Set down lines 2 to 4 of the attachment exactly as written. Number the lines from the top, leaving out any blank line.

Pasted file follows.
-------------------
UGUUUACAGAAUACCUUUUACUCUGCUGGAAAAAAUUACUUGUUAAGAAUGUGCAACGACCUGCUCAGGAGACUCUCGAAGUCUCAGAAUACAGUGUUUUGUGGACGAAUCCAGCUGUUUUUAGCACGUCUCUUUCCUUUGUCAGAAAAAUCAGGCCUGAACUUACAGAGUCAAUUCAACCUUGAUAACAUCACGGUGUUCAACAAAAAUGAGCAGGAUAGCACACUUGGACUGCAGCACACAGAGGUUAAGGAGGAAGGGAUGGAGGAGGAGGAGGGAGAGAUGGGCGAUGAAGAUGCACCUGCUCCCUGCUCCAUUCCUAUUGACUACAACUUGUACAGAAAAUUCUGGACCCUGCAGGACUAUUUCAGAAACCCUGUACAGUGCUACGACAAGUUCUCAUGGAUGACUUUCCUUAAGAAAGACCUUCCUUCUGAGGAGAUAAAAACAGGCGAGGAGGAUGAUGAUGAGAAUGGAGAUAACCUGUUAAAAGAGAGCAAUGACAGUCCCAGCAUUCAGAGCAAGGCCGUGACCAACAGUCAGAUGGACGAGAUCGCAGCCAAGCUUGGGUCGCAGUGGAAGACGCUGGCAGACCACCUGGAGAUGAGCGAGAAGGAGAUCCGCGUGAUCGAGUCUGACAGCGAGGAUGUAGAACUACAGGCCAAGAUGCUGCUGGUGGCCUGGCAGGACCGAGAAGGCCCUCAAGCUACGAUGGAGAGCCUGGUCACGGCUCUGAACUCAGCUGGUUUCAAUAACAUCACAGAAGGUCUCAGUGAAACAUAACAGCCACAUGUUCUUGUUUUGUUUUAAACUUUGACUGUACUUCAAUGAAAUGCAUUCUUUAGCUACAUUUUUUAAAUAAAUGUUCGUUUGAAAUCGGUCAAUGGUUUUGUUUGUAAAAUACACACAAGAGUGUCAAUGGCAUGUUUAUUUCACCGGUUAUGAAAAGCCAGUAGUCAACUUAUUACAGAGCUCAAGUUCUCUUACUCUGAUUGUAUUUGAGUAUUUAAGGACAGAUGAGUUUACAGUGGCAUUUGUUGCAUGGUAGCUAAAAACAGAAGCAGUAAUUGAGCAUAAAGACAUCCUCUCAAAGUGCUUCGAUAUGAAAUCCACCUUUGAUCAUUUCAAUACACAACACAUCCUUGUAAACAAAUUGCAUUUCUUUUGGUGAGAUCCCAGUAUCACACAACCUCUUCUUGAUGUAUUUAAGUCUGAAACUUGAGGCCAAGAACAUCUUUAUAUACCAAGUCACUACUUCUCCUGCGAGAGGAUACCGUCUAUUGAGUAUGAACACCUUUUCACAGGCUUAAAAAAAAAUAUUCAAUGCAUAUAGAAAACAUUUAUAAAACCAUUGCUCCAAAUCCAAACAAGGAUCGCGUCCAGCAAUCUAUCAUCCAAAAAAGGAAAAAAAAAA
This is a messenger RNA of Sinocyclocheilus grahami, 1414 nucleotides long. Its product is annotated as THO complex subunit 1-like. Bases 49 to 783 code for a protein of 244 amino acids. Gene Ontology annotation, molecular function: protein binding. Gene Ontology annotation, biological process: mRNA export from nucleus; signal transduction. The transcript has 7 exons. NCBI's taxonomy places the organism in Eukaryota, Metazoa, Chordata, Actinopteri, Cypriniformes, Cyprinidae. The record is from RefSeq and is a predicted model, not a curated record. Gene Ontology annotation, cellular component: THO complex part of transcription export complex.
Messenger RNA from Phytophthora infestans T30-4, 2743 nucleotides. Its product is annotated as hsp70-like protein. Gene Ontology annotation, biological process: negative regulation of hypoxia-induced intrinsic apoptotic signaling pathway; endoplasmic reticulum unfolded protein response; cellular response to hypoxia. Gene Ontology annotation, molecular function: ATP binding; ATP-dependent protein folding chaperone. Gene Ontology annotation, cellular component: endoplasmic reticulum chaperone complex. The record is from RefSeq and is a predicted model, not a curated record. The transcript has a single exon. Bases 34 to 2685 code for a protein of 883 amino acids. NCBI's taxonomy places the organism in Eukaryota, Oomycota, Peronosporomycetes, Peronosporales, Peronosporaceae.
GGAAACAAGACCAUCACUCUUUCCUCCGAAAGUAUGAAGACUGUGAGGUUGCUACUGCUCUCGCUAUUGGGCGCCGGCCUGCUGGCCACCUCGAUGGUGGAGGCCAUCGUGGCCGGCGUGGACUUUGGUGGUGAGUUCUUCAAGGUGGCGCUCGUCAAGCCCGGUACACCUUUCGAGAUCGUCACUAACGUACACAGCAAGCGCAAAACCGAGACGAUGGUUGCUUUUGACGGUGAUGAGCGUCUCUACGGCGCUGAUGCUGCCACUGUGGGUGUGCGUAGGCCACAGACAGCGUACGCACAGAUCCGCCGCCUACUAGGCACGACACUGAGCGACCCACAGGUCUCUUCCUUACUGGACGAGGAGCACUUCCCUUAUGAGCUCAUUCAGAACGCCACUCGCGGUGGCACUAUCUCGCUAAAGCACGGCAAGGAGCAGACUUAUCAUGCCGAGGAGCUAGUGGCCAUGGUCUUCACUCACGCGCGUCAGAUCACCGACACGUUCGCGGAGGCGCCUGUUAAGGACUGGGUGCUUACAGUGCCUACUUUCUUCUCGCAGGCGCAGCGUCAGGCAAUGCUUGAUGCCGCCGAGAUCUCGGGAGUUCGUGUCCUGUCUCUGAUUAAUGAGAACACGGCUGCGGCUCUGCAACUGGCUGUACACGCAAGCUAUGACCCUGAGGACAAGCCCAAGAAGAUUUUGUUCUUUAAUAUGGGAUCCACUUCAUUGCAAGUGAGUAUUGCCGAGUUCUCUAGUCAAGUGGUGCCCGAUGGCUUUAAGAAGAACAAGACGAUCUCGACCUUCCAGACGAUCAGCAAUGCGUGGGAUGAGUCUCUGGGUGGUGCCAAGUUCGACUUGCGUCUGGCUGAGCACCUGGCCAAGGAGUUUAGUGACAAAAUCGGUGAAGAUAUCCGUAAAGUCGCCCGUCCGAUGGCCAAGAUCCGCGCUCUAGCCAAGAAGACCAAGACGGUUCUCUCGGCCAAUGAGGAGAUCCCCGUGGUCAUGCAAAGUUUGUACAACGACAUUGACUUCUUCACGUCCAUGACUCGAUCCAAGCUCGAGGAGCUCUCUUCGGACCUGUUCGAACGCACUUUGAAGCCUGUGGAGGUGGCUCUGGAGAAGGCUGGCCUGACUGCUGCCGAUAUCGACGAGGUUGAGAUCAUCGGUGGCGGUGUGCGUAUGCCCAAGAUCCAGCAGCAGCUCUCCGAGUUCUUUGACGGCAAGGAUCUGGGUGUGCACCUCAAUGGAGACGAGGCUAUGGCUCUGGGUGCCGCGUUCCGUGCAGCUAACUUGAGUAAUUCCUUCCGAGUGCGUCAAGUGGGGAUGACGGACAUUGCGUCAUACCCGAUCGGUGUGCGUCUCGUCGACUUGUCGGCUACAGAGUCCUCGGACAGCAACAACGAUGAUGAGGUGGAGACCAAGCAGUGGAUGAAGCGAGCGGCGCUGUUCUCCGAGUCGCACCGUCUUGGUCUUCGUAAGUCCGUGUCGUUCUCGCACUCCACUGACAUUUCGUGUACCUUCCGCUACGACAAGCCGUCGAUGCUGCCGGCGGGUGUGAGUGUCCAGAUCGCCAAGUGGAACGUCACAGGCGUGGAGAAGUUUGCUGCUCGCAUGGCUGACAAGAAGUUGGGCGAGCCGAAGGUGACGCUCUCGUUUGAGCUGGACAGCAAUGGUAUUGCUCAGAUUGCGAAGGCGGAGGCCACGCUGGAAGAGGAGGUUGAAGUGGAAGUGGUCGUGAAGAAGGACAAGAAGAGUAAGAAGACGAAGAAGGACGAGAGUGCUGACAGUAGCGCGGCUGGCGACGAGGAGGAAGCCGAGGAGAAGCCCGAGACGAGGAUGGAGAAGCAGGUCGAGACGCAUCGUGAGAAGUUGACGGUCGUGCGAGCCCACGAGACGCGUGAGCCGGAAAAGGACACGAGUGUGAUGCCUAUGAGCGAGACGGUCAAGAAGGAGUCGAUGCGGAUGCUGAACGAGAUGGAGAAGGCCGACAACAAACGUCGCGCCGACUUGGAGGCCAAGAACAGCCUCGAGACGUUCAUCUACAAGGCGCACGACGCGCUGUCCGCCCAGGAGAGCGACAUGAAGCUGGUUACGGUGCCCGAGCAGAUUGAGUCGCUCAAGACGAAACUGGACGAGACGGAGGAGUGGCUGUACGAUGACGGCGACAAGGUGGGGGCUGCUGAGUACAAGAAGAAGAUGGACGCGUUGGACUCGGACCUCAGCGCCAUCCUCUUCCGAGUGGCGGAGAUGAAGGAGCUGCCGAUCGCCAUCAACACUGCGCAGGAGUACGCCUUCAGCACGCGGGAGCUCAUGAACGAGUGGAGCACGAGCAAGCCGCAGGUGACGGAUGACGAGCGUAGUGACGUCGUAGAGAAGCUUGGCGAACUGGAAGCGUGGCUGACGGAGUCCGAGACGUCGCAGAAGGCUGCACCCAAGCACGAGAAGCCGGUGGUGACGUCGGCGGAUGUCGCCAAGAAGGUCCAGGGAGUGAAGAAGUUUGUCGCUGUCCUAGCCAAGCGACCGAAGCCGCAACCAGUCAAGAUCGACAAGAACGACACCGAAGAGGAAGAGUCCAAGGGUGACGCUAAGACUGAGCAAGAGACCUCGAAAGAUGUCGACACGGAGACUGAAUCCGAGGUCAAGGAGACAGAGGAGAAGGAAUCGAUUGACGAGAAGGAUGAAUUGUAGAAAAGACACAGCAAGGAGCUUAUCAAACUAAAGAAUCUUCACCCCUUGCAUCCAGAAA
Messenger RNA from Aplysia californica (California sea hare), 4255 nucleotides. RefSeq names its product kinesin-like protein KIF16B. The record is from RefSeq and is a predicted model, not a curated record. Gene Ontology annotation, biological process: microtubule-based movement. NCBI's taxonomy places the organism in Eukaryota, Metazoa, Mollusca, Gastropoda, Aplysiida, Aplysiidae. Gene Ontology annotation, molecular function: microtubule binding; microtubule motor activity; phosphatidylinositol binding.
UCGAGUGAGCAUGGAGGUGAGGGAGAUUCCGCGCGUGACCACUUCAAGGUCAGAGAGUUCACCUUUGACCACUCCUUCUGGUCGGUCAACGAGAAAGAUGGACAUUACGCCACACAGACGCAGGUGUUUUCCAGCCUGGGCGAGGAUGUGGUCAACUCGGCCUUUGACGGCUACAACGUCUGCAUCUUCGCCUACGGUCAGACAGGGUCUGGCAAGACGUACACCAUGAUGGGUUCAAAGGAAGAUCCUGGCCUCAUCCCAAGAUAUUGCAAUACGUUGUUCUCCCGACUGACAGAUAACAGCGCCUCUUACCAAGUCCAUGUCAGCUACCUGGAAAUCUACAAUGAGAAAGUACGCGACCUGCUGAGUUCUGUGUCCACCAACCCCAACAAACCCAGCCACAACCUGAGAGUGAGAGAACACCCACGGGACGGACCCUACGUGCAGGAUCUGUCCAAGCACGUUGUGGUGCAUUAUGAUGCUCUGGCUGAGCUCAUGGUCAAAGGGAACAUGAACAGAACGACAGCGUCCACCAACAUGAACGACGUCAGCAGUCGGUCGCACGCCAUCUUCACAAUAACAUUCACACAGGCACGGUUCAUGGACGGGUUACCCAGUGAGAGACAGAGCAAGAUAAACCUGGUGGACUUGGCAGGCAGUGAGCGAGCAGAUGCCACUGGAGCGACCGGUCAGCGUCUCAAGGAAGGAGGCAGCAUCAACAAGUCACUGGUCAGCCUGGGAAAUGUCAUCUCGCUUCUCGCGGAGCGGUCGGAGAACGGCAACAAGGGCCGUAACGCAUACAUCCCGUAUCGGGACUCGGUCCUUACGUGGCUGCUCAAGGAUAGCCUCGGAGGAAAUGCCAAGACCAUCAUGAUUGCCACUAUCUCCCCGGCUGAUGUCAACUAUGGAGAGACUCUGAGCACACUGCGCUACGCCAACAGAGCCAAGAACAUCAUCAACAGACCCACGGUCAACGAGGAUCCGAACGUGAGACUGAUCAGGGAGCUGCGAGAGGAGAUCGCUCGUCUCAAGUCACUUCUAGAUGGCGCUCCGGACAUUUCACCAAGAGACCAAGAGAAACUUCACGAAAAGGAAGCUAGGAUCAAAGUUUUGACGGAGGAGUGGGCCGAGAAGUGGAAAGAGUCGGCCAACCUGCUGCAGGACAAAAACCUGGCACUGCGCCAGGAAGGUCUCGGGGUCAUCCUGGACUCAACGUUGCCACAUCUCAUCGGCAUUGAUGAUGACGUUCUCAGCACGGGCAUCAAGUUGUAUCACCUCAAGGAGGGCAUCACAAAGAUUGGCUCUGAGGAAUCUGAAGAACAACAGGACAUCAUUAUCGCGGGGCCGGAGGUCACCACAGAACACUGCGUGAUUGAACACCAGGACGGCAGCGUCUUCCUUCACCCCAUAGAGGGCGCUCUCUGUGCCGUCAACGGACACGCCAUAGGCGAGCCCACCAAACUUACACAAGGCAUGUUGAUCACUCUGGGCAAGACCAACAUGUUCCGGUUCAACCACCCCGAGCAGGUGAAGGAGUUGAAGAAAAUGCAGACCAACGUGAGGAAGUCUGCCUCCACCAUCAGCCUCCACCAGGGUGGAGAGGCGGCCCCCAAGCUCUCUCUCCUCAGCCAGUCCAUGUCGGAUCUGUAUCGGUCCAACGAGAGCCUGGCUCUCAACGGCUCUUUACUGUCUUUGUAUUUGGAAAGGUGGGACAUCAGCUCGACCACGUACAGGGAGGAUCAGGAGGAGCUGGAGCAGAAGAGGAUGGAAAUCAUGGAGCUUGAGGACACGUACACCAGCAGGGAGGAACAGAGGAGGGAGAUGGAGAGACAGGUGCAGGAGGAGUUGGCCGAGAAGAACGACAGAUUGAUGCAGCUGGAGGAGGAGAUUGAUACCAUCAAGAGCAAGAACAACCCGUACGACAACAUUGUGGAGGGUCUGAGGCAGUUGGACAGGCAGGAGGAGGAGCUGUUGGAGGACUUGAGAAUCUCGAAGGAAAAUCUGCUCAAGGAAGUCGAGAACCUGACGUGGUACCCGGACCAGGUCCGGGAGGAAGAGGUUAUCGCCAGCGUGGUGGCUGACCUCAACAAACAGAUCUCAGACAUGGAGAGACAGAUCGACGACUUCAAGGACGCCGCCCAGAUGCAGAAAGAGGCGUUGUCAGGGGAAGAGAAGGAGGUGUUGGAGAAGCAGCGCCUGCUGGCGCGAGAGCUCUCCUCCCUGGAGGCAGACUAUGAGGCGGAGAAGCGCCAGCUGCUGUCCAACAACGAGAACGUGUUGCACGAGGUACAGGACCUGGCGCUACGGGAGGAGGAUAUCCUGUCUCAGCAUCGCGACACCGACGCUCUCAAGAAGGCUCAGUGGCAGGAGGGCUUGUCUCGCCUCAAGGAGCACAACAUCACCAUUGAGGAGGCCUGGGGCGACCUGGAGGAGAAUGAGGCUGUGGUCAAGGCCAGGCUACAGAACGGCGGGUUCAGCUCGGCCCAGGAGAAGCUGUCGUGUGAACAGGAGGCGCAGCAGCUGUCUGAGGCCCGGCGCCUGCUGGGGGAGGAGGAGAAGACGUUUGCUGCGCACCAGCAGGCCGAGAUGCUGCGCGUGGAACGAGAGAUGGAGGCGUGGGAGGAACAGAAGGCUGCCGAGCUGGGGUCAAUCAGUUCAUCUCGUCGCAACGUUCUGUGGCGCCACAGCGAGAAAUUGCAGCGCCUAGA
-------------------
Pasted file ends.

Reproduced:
This is a messenger RNA of Sinocyclocheilus grahami, 1414 nucleotides long. Its product is annotated as THO complex subunit 1-like. Bases 49 to 783 code for a protein of 244 amino acids. Gene Ontology annotation, molecular function: protein binding. Gene Ontology annotation, biological process: mRNA export from nucleus; signal transduction. The transcript has 7 exons. NCBI's taxonomy places the organism in Eukaryota, Metazoa, Chordata, Actinopteri, Cypriniformes, Cyprinidae. The record is from RefSeq and is a predicted model, not a curated record. Gene Ontology annotation, cellular component: THO complex part of transcription export complex.
Messenger RNA from Phytophthora infestans T30-4, 2743 nucleotides. Its product is annotated as hsp70-like protein. Gene Ontology annotation, biological process: negative regulation of hypoxia-induced intrinsic apoptotic signaling pathway; endoplasmic reticulum unfolded protein response; cellular response to hypoxia. Gene Ontology annotation, molecular function: ATP binding; ATP-dependent protein folding chaperone. Gene Ontology annotation, cellular component: endoplasmic reticulum chaperone complex. The record is from RefSeq and is a predicted model, not a curated record. The transcript has a single exon. Bases 34 to 2685 code for a protein of 883 amino acids. NCBI's taxonomy places the organism in Eukaryota, Oomycota, Peronosporomycetes, Peronosporales, Peronosporaceae.
GGAAACAAGACCAUCACUCUUUCCUCCGAAAGUAUGAAGACUGUGAGGUUGCUACUGCUCUCGCUAUUGGGCGCCGGCCUGCUGGCCACCUCGAUGGUGGAGGCCAUCGUGGCCGGCGUGGACUUUGGUGGUGAGUUCUUCAAGGUGGCGCUCGUCAAGCCCGGUACACCUUUCGAGAUCGUCACUAACGUACACAGCAAGCGCAAAACCGAGACGAUGGUUGCUUUUGACGGUGAUGAGCGUCUCUACGGCGCUGAUGCUGCCACUGUGGGUGUGCGUAGGCCACAGACAGCGUACGCACAGAUCCGCCGCCUACUAGGCACGACACUGAGCGACCCACAGGUCUCUUCCUUACUGGACGAGGAGCACUUCCCUUAUGAGCUCAUUCAGAACGCCACUCGCGGUGGCACUAUCUCGCUAAAGCACGGCAAGGAGCAGACUUAUCAUGCCGAGGAGCUAGUGGCCAUGGUCUUCACUCACGCGCGUCAGAUCACCGACACGUUCGCGGAGGCGCCUGUUAAGGACUGGGUGCUUACAGUGCCUACUUUCUUCUCGCAGGCGCAGCGUCAGGCAAUGCUUGAUGCCGCCGAGAUCUCGGGAGUUCGUGUCCUGUCUCUGAUUAAUGAGAACACGGCUGCGGCUCUGCAACUGGCUGUACACGCAAGCUAUGACCCUGAGGACAAGCCCAAGAAGAUUUUGUUCUUUAAUAUGGGAUCCACUUCAUUGCAAGUGAGUAUUGCCGAGUUCUCUAGUCAAGUGGUGCCCGAUGGCUUUAAGAAGAACAAGACGAUCUCGACCUUCCAGACGAUCAGCAAUGCGUGGGAUGAGUCUCUGGGUGGUGCCAAGUUCGACUUGCGUCUGGCUGAGCACCUGGCCAAGGAGUUUAGUGACAAAAUCGGUGAAGAUAUCCGUAAAGUCGCCCGUCCGAUGGCCAAGAUCCGCGCUCUAGCCAAGAAGACCAAGACGGUUCUCUCGGCCAAUGAGGAGAUCCCCGUGGUCAUGCAAAGUUUGUACAACGACAUUGACUUCUUCACGUCCAUGACUCGAUCCAAGCUCGAGGAGCUCUCUUCGGACCUGUUCGAACGCACUUUGAAGCCUGUGGAGGUGGCUCUGGAGAAGGCUGGCCUGACUGCUGCCGAUAUCGACGAGGUUGAGAUCAUCGGUGGCGGUGUGCGUAUGCCCAAGAUCCAGCAGCAGCUCUCCGAGUUCUUUGACGGCAAGGAUCUGGGUGUGCACCUCAAUGGAGACGAGGCUAUGGCUCUGGGUGCCGCGUUCCGUGCAGCUAACUUGAGUAAUUCCUUCCGAGUGCGUCAAGUGGGGAUGACGGACAUUGCGUCAUACCCGAUCGGUGUGCGUCUCGUCGACUUGUCGGCUACAGAGUCCUCGGACAGCAACAACGAUGAUGAGGUGGAGACCAAGCAGUGGAUGAAGCGAGCGGCGCUGUUCUCCGAGUCGCACCGUCUUGGUCUUCGUAAGUCCGUGUCGUUCUCGCACUCCACUGACAUUUCGUGUACCUUCCGCUACGACAAGCCGUCGAUGCUGCCGGCGGGUGUGAGUGUCCAGAUCGCCAAGUGGAACGUCACAGGCGUGGAGAAGUUUGCUGCUCGCAUGGCUGACAAGAAGUUGGGCGAGCCGAAGGUGACGCUCUCGUUUGAGCUGGACAGCAAUGGUAUUGCUCAGAUUGCGAAGGCGGAGGCCACGCUGGAAGAGGAGGUUGAAGUGGAAGUGGUCGUGAAGAAGGACAAGAAGAGUAAGAAGACGAAGAAGGACGAGAGUGCUGACAGUAGCGCGGCUGGCGACGAGGAGGAAGCCGAGGAGAAGCCCGAGACGAGGAUGGAGAAGCAGGUCGAGACGCAUCGUGAGAAGUUGACGGUCGUGCGAGCCCACGAGACGCGUGAGCCGGAAAAGGACACGAGUGUGAUGCCUAUGAGCGAGACGGUCAAGAAGGAGUCGAUGCGGAUGCUGAACGAGAUGGAGAAGGCCGACAACAAACGUCGCGCCGACUUGGAGGCCAAGAACAGCCUCGAGACGUUCAUCUACAAGGCGCACGACGCGCUGUCCGCCCAGGAGAGCGACAUGAAGCUGGUUACGGUGCCCGAGCAGAUUGAGUCGCUCAAGACGAAACUGGACGAGACGGAGGAGUGGCUGUACGAUGACGGCGACAAGGUGGGGGCUGCUGAGUACAAGAAGAAGAUGGACGCGUUGGACUCGGACCUCAGCGCCAUCCUCUUCCGAGUGGCGGAGAUGAAGGAGCUGCCGAUCGCCAUCAACACUGCGCAGGAGUACGCCUUCAGCACGCGGGAGCUCAUGAACGAGUGGAGCACGAGCAAGCCGCAGGUGACGGAUGACGAGCGUAGUGACGUCGUAGAGAAGCUUGGCGAACUGGAAGCGUGGCUGACGGAGUCCGAGACGUCGCAGAAGGCUGCACCCAAGCACGAGAAGCCGGUGGUGACGUCGGCGGAUGUCGCCAAGAAGGUCCAGGGAGUGAAGAAGUUUGUCGCUGUCCUAGCCAAGCGACCGAAGCCGCAACCAGUCAAGAUCGACAAGAACGACACCGAAGAGGAAGAGUCCAAGGGUGACGCUAAGACUGAGCAAGAGACCUCGAAAGAUGUCGACACGGAGACUGAAUCCGAGGUCAAGGAGACAGAGGAGAAGGAAUCGAUUGACGAGAAGGAUGAAUUGUAGAAAAGACACAGCAAGGAGCUUAUCAAACUAAAGAAUCUUCACCCCUUGCAUCCAGAAA